Woody Holler of Manitoba performed to a tiny crowd as part of the Fort St. James Arts Council concert series. The small turnout raises questions about the viability of the concert series

Woody Holler of Manitoba performed to a tiny crowd as part of the Fort St. James Arts Council concert series. The small turnout raises questions about the viability of the concert series

Good show, bad turnout

It was a disappointing turnout for the first of this year's art's council concert series on Oct. 15.

It was a disappointing turnout for the first of this year’s art’s council concert series on Oct. 15.

Woody Holler and his Orchestra played to a tiny crowd of just over 20 people at the Fort St. James Secondary School gymnasium last Tuesday.

Sheila Thobo-Carlson said she didn’t think there had been a turnout so low for a concert series performance in the past 20 years, which was disappointing.

The professional musicians cost the council $3,500. Ticket sales amounted to under $500, meaning a loss of over $3,000 for the Community Arts Council of Fort St. James.

This led some council members to ask the question, should the arts council continue to bring in professional performers for the community (full disclosure: I am a member of the arts council)?

Can a volunteer organization which volunteer time into organizing these professional touring groups to come to a small town afford to keep going with their concert series? Or is there a way to make the performances more appealing to locals?

Did turkey hangovers keep people away?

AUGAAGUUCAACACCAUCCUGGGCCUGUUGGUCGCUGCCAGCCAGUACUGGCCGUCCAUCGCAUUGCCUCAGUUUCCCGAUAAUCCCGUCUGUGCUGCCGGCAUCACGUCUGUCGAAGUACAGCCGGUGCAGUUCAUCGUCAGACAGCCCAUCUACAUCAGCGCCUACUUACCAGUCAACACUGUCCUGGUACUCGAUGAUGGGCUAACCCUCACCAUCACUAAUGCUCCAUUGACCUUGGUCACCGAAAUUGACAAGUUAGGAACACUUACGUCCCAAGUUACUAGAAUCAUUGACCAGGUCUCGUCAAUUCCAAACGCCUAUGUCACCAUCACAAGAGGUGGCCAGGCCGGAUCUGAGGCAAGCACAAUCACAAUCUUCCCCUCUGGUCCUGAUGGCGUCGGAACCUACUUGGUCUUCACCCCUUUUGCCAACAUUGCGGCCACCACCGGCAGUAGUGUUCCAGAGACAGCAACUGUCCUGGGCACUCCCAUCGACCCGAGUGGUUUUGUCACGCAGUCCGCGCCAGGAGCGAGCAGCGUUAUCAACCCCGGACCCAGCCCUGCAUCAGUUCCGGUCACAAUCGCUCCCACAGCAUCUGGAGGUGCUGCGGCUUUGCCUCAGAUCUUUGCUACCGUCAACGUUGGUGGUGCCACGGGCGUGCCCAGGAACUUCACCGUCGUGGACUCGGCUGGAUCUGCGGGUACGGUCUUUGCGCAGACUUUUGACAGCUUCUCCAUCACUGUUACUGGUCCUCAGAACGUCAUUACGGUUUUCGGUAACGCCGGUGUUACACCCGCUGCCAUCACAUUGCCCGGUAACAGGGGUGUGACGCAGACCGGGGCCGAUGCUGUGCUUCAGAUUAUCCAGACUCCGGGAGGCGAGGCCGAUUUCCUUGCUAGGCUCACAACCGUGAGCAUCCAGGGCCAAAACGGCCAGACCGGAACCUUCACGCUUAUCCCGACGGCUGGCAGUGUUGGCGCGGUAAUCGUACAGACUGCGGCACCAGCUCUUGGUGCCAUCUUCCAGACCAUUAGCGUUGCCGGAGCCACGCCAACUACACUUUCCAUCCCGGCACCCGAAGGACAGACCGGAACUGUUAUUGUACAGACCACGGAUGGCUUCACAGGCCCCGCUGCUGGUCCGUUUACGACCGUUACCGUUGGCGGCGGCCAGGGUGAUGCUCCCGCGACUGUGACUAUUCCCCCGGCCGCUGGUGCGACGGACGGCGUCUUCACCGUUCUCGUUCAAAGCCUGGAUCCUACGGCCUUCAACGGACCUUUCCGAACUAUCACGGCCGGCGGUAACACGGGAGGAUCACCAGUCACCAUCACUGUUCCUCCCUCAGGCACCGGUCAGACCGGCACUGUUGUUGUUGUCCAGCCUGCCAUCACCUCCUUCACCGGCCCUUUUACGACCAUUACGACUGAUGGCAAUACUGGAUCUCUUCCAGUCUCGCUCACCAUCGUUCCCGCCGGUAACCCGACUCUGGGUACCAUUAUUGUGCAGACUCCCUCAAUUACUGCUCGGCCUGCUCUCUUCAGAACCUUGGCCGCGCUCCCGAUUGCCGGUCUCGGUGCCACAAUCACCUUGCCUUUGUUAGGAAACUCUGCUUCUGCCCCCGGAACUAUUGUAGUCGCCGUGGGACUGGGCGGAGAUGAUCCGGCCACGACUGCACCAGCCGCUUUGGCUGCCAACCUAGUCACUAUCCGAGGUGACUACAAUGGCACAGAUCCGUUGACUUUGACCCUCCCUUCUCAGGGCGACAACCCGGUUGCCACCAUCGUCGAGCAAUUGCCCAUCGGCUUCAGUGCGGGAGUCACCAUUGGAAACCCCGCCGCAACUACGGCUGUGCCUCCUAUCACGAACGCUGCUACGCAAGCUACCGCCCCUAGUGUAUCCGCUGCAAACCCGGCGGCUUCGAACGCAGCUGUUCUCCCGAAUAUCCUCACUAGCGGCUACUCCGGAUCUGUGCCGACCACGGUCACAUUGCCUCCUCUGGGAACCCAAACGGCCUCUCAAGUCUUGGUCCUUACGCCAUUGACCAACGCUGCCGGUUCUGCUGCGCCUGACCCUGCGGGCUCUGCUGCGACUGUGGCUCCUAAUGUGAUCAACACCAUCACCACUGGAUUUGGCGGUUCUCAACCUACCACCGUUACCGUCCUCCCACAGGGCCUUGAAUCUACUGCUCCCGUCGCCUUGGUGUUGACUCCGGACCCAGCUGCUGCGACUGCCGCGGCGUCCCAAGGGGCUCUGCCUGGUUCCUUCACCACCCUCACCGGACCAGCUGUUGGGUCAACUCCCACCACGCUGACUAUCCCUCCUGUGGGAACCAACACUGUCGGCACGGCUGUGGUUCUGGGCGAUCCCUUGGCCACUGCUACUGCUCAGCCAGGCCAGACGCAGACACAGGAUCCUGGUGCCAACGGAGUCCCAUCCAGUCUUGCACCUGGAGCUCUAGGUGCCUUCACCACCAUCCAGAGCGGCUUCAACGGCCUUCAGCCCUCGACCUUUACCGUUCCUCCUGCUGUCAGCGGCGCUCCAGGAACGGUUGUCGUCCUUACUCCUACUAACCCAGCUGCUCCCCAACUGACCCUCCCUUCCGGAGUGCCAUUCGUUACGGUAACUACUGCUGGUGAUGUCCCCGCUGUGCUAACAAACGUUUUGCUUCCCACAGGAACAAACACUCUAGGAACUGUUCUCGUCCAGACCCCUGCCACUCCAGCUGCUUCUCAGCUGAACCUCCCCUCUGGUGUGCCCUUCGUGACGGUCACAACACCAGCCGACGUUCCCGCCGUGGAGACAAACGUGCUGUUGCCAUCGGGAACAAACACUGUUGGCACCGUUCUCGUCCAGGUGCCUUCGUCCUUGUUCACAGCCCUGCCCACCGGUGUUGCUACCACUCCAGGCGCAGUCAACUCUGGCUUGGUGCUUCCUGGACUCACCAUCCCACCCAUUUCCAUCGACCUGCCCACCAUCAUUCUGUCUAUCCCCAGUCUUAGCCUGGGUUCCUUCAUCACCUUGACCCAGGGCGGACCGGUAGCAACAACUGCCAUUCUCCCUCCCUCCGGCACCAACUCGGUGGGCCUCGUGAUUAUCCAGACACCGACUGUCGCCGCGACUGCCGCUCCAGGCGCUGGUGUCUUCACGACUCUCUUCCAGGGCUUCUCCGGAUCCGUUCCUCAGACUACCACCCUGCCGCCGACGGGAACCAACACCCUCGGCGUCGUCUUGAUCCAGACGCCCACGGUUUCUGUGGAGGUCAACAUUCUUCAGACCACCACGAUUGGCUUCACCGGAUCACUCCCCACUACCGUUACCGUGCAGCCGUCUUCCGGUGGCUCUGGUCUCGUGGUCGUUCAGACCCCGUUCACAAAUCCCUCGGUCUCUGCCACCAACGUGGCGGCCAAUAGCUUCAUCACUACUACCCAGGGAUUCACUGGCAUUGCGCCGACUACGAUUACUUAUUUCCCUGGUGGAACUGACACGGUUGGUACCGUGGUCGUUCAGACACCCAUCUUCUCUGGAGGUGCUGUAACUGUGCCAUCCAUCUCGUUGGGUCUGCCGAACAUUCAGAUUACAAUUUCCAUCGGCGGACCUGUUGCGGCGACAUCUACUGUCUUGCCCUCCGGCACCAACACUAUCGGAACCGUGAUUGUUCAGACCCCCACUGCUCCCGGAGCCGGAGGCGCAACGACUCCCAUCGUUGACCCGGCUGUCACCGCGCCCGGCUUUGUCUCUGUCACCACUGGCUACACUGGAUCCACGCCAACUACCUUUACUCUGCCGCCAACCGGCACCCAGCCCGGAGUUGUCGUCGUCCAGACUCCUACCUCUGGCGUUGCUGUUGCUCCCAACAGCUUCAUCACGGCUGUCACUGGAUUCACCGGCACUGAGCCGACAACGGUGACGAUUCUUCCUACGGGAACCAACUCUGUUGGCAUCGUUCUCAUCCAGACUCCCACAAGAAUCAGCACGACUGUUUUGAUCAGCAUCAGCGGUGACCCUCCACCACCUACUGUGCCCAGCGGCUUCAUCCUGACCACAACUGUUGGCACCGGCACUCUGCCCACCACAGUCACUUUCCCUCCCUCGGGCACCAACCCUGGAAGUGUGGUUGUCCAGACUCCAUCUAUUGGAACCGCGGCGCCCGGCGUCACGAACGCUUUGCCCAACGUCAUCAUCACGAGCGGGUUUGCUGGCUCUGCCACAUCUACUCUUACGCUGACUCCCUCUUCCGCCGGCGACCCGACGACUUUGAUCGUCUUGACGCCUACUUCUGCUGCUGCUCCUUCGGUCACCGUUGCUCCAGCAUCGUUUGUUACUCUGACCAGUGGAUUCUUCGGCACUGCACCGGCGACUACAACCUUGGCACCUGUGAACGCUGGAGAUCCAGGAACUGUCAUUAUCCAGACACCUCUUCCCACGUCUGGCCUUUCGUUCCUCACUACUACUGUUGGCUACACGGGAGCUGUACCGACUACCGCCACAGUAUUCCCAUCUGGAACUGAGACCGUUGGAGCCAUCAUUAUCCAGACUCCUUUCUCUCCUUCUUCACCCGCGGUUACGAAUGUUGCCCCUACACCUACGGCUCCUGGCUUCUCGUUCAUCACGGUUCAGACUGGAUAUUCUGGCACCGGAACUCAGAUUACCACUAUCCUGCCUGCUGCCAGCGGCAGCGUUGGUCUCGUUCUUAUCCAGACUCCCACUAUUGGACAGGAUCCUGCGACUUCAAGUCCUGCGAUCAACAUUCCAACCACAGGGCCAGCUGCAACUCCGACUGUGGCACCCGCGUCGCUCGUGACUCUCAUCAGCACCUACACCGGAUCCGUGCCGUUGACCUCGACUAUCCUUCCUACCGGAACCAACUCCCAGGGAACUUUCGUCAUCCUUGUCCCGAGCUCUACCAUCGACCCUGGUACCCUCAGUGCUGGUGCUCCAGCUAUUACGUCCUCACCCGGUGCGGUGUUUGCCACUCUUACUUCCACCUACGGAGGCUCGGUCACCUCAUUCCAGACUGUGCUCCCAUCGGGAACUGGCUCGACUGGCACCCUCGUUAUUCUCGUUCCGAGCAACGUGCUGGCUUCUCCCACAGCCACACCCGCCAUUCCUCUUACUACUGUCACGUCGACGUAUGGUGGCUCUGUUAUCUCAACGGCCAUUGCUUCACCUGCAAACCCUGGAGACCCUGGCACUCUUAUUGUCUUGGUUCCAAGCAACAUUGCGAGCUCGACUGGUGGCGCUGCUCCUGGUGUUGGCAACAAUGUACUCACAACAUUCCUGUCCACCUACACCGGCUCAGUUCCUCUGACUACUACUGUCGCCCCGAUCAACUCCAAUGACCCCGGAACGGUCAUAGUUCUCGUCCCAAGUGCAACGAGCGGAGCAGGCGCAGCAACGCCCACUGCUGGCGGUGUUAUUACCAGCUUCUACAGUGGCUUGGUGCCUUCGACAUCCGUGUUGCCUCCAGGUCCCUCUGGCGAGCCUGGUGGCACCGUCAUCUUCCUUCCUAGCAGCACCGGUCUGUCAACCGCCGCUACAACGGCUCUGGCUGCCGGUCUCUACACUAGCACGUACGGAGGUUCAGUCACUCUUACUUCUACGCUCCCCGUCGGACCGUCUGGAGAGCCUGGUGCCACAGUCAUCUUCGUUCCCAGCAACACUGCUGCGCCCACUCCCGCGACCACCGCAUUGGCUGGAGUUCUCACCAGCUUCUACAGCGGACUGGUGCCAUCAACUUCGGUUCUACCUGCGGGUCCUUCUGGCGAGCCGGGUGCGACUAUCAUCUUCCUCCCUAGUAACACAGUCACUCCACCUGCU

The concert series artists must be professional performers and the series is supported by government funding to make it happen.

This is a topic for future discussion amongst the arts council, and the community. Community members can suggest what they might like to see from the arts council in the future – continued concert series performers, a different venue, licensed events. Suggestions can be made via the Community Arts Council of Fort St. James Facebook page.

But despite the poor showing, Woody Holler and his boys managed to entertain those in attendance and the crowd was small but enthusiastic.

I will admit I have a bit of a soft spot for the “western Swing” musical genre, as it tends to remind me of my late grandfather Garth Lloyd.

Holler himself described the music as “jazz from the saddle” and songs like “South of the Border” which was sung by Gene Autry in 1939, transport me back to my grandfather’s living room.

The sweet twang to country swing is not for everyone, and yodelling may be an old school musical styling, but I’ll admit my cowboy grandfather means it will always have a place in my heart.

The skill Holler has with his voice, which he also uses to sing opera, is not only impressive, it is beautiful, and was backed up by an equally impressive band.

Brilliant guitar, some stand-up bass and fine violin rounded out the show.

The classic “Ghost Riders in the Sky” had some audience members even singing along, as did some others, like a Patsy Cline classic. The group also performed some of their own original music.

The western swing evokes the catching upbeat tempo of the big band era and meshes it with the cowboy yodel. Somehow it works.

Woody Holler and his Orchestra were on a fall tour and came across the prairies all the way from Manitoba.